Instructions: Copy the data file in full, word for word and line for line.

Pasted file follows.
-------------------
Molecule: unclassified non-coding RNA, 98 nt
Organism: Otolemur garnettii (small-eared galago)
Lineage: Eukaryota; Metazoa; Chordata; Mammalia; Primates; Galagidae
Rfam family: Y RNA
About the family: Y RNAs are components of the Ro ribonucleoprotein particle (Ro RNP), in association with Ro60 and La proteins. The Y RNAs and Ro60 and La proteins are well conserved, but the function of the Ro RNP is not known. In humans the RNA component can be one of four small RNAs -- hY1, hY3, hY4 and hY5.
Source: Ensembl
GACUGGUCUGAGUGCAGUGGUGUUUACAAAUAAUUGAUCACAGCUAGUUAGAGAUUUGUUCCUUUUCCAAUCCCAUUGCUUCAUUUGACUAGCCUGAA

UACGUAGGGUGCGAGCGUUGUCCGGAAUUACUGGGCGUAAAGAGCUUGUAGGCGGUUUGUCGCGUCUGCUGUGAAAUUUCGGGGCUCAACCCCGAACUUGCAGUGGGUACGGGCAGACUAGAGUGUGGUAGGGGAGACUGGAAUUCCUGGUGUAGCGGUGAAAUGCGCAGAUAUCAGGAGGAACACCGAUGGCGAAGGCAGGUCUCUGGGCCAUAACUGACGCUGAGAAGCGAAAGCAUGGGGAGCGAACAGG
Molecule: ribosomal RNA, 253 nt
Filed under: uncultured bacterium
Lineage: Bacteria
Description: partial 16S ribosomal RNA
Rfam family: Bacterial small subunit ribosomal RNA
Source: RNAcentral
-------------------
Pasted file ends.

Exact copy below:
Molecule: unclassified non-coding RNA, 98 nt
Organism: Otolemur garnettii (small-eared galago)
Lineage: Eukaryota; Metazoa; Chordata; Mammalia; Primates; Galagidae
Rfam family: Y RNA
About the family: Y RNAs are components of the Ro ribonucleoprotein particle (Ro RNP), in association with Ro60 and La proteins. The Y RNAs and Ro60 and La proteins are well conserved, but the function of the Ro RNP is not known. In humans the RNA component can be one of four small RNAs -- hY1, hY3, hY4 and hY5.
Source: Ensembl
GACUGGUCUGAGUGCAGUGGUGUUUACAAAUAAUUGAUCACAGCUAGUUAGAGAUUUGUUCCUUUUCCAAUCCCAUUGCUUCAUUUGACUAGCCUGAA

UACGUAGGGUGCGAGCGUUGUCCGGAAUUACUGGGCGUAAAGAGCUUGUAGGCGGUUUGUCGCGUCUGCUGUGAAAUUUCGGGGCUCAACCCCGAACUUGCAGUGGGUACGGGCAGACUAGAGUGUGGUAGGGGAGACUGGAAUUCCUGGUGUAGCGGUGAAAUGCGCAGAUAUCAGGAGGAACACCGAUGGCGAAGGCAGGUCUCUGGGCCAUAACUGACGCUGAGAAGCGAAAGCAUGGGGAGCGAACAGG
Molecule: ribosomal RNA, 253 nt
Filed under: uncultured bacterium
Lineage: Bacteria
Description: partial 16S ribosomal RNA
Rfam family: Bacterial small subunit ribosomal RNA
Source: RNAcentral